CEO Update - How many redheads do you know?
How many redheads do you know?
This week marks the one year anniversary of the historic ‘survey’ on marriage equality.
Australians across the country voted overwhelmingly to support the pretty simple idea that any two people could get married. That is, make public commitments to love each other for life, and that these commitments would be recognised by the state.
Notwithstanding the concerns expressed by opponents, it seems the world has not collapsed in the year that has passed since.
On the contrary, many mark the day as an important milestone on a journey to recognise a broader equality. To recognise that regardless of our gender and our sexuality we are all entitled to the same rights, privileges, responsibilities and obligations under the law.
As some of you will have noticed I am a redhead. As long as I can remember, being a redhead has been an integral component of my identity.
From an early age, good-hearted banter and nicknames re-enforced that the rest of the world saw me as a redhead too! (Of all the nicknames I collected along the way, the one I most remember was “blue”, assigned to me by an older tradesman who used to regularly visit our house. I love Australian slang…)
In addition to being the CEO of Mental Health Australia, I am also our LGBTIQ+ Champion.
Wearing that hat, perched precariously on my head of red hair, I spent last week’s “Day of Intersex Solidarity” at a small workshop hosted by an organisation called A Gender Agenda here in the ACT.
The workshop provided an opportunity to spend some time with intersex people, and to deepen my understanding of their lived experience to better understand how I might offer solidarity and support.
Intersex people make up about the same portion of the population as redheads – and that comparison has stuck with me for the week!
I claim no equivalence in experience between being redheaded and being intersex. But when you start thinking about the fact that you have probably met as many intersex people as you have redheads, it starts to become clear (to me, at least) that awareness is lacking.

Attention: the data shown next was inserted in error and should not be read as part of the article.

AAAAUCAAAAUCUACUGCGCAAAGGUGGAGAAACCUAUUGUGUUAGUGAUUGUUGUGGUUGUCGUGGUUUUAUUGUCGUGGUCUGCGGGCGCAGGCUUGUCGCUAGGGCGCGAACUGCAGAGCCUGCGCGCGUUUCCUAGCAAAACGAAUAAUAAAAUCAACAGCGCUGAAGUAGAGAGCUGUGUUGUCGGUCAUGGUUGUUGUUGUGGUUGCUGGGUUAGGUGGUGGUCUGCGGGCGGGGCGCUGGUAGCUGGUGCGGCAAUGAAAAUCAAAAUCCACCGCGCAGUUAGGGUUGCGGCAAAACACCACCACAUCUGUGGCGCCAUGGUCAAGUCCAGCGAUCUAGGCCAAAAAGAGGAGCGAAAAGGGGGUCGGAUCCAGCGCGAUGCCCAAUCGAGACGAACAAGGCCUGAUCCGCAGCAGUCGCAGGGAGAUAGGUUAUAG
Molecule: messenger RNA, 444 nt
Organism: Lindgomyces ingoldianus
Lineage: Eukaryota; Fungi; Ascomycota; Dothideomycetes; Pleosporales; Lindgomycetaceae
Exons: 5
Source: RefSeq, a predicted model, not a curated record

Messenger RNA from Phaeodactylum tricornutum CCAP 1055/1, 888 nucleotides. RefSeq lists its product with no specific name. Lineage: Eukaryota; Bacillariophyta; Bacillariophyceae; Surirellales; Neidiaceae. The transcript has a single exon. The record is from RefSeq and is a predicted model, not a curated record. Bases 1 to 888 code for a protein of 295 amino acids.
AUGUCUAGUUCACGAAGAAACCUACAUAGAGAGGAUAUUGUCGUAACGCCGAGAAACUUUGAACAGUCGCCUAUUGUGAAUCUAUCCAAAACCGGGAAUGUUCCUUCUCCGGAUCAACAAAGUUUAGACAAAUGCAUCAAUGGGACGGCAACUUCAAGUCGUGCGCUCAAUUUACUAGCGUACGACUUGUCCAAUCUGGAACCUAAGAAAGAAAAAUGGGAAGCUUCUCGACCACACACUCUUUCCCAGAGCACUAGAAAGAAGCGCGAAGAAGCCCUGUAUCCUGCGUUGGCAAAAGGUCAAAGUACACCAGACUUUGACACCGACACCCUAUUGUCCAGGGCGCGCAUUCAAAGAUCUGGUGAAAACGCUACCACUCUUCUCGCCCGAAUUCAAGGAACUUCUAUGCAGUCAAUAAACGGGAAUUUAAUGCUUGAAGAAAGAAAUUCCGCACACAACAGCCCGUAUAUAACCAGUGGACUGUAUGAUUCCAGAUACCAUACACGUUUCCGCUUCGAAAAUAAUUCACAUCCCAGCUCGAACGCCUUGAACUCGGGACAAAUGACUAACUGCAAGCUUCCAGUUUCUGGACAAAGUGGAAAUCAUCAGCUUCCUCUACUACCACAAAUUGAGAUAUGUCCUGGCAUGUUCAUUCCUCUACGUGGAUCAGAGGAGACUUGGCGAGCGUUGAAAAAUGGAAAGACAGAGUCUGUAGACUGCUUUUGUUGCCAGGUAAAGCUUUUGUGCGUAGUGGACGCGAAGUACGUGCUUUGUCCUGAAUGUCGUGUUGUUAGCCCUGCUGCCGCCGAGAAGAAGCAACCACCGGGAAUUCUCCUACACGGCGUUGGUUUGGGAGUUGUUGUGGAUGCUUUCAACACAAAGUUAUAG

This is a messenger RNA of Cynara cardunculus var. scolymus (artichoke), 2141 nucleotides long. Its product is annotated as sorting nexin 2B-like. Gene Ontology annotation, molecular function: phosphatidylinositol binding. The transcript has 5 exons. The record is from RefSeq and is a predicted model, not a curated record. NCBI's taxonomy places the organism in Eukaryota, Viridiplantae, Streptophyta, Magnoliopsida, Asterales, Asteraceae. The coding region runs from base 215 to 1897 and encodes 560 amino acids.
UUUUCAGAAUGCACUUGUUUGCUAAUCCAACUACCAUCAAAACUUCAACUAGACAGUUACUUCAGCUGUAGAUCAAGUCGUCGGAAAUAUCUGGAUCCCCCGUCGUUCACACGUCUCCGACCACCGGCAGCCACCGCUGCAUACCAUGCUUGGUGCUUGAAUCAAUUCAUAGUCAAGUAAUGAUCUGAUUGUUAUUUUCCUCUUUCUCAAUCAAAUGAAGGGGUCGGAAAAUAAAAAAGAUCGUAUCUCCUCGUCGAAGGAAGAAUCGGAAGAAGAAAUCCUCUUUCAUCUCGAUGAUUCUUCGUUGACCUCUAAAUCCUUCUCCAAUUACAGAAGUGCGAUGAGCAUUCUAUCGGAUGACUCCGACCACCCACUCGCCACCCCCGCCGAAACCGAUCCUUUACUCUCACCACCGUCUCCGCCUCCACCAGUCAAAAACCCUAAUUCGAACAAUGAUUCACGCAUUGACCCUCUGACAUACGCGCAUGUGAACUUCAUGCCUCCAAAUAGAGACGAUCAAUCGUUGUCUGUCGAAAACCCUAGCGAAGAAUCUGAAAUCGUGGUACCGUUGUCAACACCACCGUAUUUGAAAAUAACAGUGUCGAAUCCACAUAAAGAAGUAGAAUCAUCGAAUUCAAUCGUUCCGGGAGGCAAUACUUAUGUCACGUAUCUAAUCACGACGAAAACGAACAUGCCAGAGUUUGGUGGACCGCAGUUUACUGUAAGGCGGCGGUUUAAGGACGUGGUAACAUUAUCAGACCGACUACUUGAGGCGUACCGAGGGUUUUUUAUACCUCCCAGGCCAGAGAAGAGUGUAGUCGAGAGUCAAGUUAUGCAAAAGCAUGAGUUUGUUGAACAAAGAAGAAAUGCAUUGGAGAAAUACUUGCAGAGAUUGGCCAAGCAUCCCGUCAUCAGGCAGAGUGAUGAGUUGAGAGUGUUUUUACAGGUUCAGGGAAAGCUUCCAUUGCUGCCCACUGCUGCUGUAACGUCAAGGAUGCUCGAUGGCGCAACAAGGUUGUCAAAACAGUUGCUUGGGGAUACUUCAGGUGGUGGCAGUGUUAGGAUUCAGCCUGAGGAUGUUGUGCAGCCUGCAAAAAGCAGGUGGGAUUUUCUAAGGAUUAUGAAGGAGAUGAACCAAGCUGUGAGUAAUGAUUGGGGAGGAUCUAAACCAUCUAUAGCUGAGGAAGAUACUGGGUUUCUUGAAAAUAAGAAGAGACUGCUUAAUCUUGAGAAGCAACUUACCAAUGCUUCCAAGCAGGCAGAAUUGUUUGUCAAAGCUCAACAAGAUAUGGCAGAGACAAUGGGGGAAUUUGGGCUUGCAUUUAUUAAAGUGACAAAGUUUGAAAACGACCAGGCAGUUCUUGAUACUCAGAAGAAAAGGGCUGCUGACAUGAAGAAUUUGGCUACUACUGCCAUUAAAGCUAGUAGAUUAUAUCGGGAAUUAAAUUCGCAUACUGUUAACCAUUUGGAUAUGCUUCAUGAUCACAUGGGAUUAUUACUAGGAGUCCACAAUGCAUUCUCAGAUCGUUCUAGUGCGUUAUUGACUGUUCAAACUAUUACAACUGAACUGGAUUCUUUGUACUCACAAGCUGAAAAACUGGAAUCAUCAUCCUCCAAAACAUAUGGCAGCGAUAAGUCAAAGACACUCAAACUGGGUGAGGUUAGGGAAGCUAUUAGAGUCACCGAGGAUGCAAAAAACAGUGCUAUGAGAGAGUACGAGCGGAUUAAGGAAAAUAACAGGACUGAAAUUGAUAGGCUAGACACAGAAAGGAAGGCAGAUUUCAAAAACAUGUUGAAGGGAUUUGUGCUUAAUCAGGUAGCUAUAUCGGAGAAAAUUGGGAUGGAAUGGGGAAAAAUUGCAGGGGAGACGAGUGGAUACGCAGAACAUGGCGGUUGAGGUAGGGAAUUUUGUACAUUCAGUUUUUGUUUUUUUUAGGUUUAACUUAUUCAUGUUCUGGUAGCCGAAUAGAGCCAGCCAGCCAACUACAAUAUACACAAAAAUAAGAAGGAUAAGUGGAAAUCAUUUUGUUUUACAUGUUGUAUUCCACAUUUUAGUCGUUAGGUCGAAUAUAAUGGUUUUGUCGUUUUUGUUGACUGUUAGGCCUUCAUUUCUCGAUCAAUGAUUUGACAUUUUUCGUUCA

All this is really a long way of saying that I often use the letters LGBTIQ+ and do so with good will. I largely use the ‘catch-all’ to try and honour the diverse experience of minority groups, who are too frequently excluded from equal access to the rights and privileges, responsibilities and obligations that I mentioned earlier.
The marriage equality debate brought a spotlight to some of those groups, but a year on from that debate last week’s workshop reminded me that we have a long way to go.
My hair colour has never caused me to be the victim of discrimination and neither should people’s gender or sexuality cause them to be victims of discrimination.
We have many steps to take before the journey is completed. But shining a light is one step in overcoming historic prejudices.
Chief Executive Officer
Tickets selling fast for 2018 Grace Groom Memorial Oration
Tickets are selling fast and still available for the 2018 Grace Groom Memorial Oration to be presented by Ms Tracey Spicer OAM on Monday 26 November at the National Gallery of Australia in Canberra.
Don’t miss out on the Mental Health Australia event of the year, and what promises to be a great night to catch up with colleagues and friends and hear from a leading advocate for the #MeToo movement.
We hope to see you there. Visit the event page to learn more and to book your ticket.
Come and work for Mental Health Australia
We have an opportunity for a passionate Administration and Project Officer (NMHCCF/ National Register) to join our team in Canberra on a full-time basis. The successful candidate will be responsible for providing admin and project support to the National Mental Health Consumer & Carer Forum (NMHCCF) and National Register of Mental Health Consumer and Carer Representatives.
To be considered for this role you must have demonstrated experience in providing administration and project support requiring a high degree of judgment, initiative, confidentiality and sensitivity.
Visit the webpage for more information and the Position Description.
At the beginning of next week, I will be in Perth for meetings, including the final Australian National Advisory Council on Alcohol and Other Drugs (ANACAD) meeting for the year.
On Friday I will be meeting with the Productivity Commission about the Inquiry into Mental Health.
New research on needs of those with personality disorder